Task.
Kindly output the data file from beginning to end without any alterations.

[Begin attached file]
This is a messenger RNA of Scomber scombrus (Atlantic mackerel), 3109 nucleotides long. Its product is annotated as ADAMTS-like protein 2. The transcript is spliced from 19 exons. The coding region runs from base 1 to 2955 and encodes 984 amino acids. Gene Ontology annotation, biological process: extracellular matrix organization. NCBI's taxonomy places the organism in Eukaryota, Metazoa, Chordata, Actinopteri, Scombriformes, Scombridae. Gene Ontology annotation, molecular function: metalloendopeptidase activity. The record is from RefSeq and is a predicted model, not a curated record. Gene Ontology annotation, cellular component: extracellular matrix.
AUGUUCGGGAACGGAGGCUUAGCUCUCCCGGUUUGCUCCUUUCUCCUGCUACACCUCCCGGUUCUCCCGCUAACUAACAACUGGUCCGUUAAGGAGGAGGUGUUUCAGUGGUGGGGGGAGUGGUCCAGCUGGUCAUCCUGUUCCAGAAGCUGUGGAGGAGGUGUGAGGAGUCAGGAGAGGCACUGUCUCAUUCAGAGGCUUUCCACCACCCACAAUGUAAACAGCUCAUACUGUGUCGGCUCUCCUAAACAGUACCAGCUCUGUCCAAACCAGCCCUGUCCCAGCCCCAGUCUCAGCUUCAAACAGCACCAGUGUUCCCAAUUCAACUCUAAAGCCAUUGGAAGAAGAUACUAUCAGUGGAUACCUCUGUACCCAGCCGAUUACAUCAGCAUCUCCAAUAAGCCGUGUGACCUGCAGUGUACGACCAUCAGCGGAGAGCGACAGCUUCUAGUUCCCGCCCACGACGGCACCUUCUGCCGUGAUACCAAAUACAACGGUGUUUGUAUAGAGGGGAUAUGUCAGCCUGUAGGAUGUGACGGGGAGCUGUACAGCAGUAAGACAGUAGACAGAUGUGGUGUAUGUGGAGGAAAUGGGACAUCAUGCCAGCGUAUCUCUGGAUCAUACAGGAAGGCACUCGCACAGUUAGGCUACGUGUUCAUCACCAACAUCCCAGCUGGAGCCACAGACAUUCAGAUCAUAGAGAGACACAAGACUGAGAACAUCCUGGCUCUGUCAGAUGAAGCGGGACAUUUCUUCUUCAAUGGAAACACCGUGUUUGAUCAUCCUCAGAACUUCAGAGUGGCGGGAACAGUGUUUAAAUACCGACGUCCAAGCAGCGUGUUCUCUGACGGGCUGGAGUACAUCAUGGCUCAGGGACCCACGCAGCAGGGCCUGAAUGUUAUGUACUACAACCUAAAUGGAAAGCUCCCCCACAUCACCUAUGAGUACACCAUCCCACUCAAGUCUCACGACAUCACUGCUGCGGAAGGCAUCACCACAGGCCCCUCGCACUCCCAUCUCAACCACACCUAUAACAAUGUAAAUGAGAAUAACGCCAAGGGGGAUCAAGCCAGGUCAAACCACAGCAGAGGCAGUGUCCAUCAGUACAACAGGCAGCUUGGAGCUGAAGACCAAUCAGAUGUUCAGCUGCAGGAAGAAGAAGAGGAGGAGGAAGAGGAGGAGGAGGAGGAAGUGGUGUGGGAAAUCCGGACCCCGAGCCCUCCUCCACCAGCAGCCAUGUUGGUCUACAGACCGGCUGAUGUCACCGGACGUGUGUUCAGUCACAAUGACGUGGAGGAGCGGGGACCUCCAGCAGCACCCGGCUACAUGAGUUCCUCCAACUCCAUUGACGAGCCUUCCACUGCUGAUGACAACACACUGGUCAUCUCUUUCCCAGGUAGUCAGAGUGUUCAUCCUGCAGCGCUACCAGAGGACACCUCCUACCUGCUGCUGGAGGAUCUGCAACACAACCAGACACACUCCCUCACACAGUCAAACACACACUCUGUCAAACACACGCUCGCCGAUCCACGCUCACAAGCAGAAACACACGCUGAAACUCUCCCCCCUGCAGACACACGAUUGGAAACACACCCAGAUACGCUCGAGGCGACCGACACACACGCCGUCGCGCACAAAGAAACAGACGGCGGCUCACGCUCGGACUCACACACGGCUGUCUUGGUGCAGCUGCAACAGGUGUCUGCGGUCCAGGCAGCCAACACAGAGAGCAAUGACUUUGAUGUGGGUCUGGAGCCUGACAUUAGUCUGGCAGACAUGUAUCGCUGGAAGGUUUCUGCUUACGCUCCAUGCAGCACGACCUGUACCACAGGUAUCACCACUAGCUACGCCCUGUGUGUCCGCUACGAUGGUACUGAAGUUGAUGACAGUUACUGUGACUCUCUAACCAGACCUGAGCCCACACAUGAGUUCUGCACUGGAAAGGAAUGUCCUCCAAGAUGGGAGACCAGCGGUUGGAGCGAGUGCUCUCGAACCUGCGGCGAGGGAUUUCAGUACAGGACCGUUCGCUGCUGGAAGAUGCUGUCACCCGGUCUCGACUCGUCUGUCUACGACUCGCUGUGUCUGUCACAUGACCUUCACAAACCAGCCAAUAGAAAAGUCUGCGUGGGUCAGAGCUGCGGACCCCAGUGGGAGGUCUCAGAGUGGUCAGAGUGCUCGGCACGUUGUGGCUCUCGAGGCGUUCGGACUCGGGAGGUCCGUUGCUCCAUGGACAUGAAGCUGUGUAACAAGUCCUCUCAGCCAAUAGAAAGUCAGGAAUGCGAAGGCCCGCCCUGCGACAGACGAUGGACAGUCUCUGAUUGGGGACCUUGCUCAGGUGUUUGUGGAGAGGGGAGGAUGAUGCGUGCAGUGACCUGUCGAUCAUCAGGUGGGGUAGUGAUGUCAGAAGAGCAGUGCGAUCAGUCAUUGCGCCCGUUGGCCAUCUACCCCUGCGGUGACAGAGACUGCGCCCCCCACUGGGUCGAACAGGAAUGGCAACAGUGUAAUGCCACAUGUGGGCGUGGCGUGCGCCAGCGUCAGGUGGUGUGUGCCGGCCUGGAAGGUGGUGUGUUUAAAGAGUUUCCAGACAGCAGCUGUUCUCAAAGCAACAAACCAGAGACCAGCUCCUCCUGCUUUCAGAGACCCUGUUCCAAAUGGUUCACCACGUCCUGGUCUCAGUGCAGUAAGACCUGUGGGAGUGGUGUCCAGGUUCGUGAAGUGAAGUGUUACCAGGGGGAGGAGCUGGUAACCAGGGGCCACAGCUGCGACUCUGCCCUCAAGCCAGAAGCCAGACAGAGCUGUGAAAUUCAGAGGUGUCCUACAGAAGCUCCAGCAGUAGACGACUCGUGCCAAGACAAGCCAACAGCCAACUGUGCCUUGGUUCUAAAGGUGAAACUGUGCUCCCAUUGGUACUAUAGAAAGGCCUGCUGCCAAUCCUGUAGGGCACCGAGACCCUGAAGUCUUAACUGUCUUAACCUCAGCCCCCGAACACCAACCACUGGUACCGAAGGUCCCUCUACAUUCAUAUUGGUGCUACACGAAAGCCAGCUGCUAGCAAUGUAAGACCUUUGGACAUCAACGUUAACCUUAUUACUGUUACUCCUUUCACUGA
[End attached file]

This is a messenger RNA of Scomber scombrus (Atlantic mackerel), 3109 nucleotides long. Its product is annotated as ADAMTS-like protein 2. The transcript is spliced from 19 exons. The coding region runs from base 1 to 2955 and encodes 984 amino acids. Gene Ontology annotation, biological process: extracellular matrix organization. NCBI's taxonomy places the organism in Eukaryota, Metazoa, Chordata, Actinopteri, Scombriformes, Scombridae. Gene Ontology annotation, molecular function: metalloendopeptidase activity. The record is from RefSeq and is a predicted model, not a curated record. Gene Ontology annotation, cellular component: extracellular matrix.
AUGUUCGGGAACGGAGGCUUAGCUCUCCCGGUUUGCUCCUUUCUCCUGCUACACCUCCCGGUUCUCCCGCUAACUAACAACUGGUCCGUUAAGGAGGAGGUGUUUCAGUGGUGGGGGGAGUGGUCCAGCUGGUCAUCCUGUUCCAGAAGCUGUGGAGGAGGUGUGAGGAGUCAGGAGAGGCACUGUCUCAUUCAGAGGCUUUCCACCACCCACAAUGUAAACAGCUCAUACUGUGUCGGCUCUCCUAAACAGUACCAGCUCUGUCCAAACCAGCCCUGUCCCAGCCCCAGUCUCAGCUUCAAACAGCACCAGUGUUCCCAAUUCAACUCUAAAGCCAUUGGAAGAAGAUACUAUCAGUGGAUACCUCUGUACCCAGCCGAUUACAUCAGCAUCUCCAAUAAGCCGUGUGACCUGCAGUGUACGACCAUCAGCGGAGAGCGACAGCUUCUAGUUCCCGCCCACGACGGCACCUUCUGCCGUGAUACCAAAUACAACGGUGUUUGUAUAGAGGGGAUAUGUCAGCCUGUAGGAUGUGACGGGGAGCUGUACAGCAGUAAGACAGUAGACAGAUGUGGUGUAUGUGGAGGAAAUGGGACAUCAUGCCAGCGUAUCUCUGGAUCAUACAGGAAGGCACUCGCACAGUUAGGCUACGUGUUCAUCACCAACAUCCCAGCUGGAGCCACAGACAUUCAGAUCAUAGAGAGACACAAGACUGAGAACAUCCUGGCUCUGUCAGAUGAAGCGGGACAUUUCUUCUUCAAUGGAAACACCGUGUUUGAUCAUCCUCAGAACUUCAGAGUGGCGGGAACAGUGUUUAAAUACCGACGUCCAAGCAGCGUGUUCUCUGACGGGCUGGAGUACAUCAUGGCUCAGGGACCCACGCAGCAGGGCCUGAAUGUUAUGUACUACAACCUAAAUGGAAAGCUCCCCCACAUCACCUAUGAGUACACCAUCCCACUCAAGUCUCACGACAUCACUGCUGCGGAAGGCAUCACCACAGGCCCCUCGCACUCCCAUCUCAACCACACCUAUAACAAUGUAAAUGAGAAUAACGCCAAGGGGGAUCAAGCCAGGUCAAACCACAGCAGAGGCAGUGUCCAUCAGUACAACAGGCAGCUUGGAGCUGAAGACCAAUCAGAUGUUCAGCUGCAGGAAGAAGAAGAGGAGGAGGAAGAGGAGGAGGAGGAGGAAGUGGUGUGGGAAAUCCGGACCCCGAGCCCUCCUCCACCAGCAGCCAUGUUGGUCUACAGACCGGCUGAUGUCACCGGACGUGUGUUCAGUCACAAUGACGUGGAGGAGCGGGGACCUCCAGCAGCACCCGGCUACAUGAGUUCCUCCAACUCCAUUGACGAGCCUUCCACUGCUGAUGACAACACACUGGUCAUCUCUUUCCCAGGUAGUCAGAGUGUUCAUCCUGCAGCGCUACCAGAGGACACCUCCUACCUGCUGCUGGAGGAUCUGCAACACAACCAGACACACUCCCUCACACAGUCAAACACACACUCUGUCAAACACACGCUCGCCGAUCCACGCUCACAAGCAGAAACACACGCUGAAACUCUCCCCCCUGCAGACACACGAUUGGAAACACACCCAGAUACGCUCGAGGCGACCGACACACACGCCGUCGCGCACAAAGAAACAGACGGCGGCUCACGCUCGGACUCACACACGGCUGUCUUGGUGCAGCUGCAACAGGUGUCUGCGGUCCAGGCAGCCAACACAGAGAGCAAUGACUUUGAUGUGGGUCUGGAGCCUGACAUUAGUCUGGCAGACAUGUAUCGCUGGAAGGUUUCUGCUUACGCUCCAUGCAGCACGACCUGUACCACAGGUAUCACCACUAGCUACGCCCUGUGUGUCCGCUACGAUGGUACUGAAGUUGAUGACAGUUACUGUGACUCUCUAACCAGACCUGAGCCCACACAUGAGUUCUGCACUGGAAAGGAAUGUCCUCCAAGAUGGGAGACCAGCGGUUGGAGCGAGUGCUCUCGAACCUGCGGCGAGGGAUUUCAGUACAGGACCGUUCGCUGCUGGAAGAUGCUGUCACCCGGUCUCGACUCGUCUGUCUACGACUCGCUGUGUCUGUCACAUGACCUUCACAAACCAGCCAAUAGAAAAGUCUGCGUGGGUCAGAGCUGCGGACCCCAGUGGGAGGUCUCAGAGUGGUCAGAGUGCUCGGCACGUUGUGGCUCUCGAGGCGUUCGGACUCGGGAGGUCCGUUGCUCCAUGGACAUGAAGCUGUGUAACAAGUCCUCUCAGCCAAUAGAAAGUCAGGAAUGCGAAGGCCCGCCCUGCGACAGACGAUGGACAGUCUCUGAUUGGGGACCUUGCUCAGGUGUUUGUGGAGAGGGGAGGAUGAUGCGUGCAGUGACCUGUCGAUCAUCAGGUGGGGUAGUGAUGUCAGAAGAGCAGUGCGAUCAGUCAUUGCGCCCGUUGGCCAUCUACCCCUGCGGUGACAGAGACUGCGCCCCCCACUGGGUCGAACAGGAAUGGCAACAGUGUAAUGCCACAUGUGGGCGUGGCGUGCGCCAGCGUCAGGUGGUGUGUGCCGGCCUGGAAGGUGGUGUGUUUAAAGAGUUUCCAGACAGCAGCUGUUCUCAAAGCAACAAACCAGAGACCAGCUCCUCCUGCUUUCAGAGACCCUGUUCCAAAUGGUUCACCACGUCCUGGUCUCAGUGCAGUAAGACCUGUGGGAGUGGUGUCCAGGUUCGUGAAGUGAAGUGUUACCAGGGGGAGGAGCUGGUAACCAGGGGCCACAGCUGCGACUCUGCCCUCAAGCCAGAAGCCAGACAGAGCUGUGAAAUUCAGAGGUGUCCUACAGAAGCUCCAGCAGUAGACGACUCGUGCCAAGACAAGCCAACAGCCAACUGUGCCUUGGUUCUAAAGGUGAAACUGUGCUCCCAUUGGUACUAUAGAAAGGCCUGCUGCCAAUCCUGUAGGGCACCGAGACCCUGAAGUCUUAACUGUCUUAACCUCAGCCCCCGAACACCAACCACUGGUACCGAAGGUCCCUCUACAUUCAUAUUGGUGCUACACGAAAGCCAGCUGCUAGCAAUGUAAGACCUUUGGACAUCAACGUUAACCUUAUUACUGUUACUCCUUUCACUGA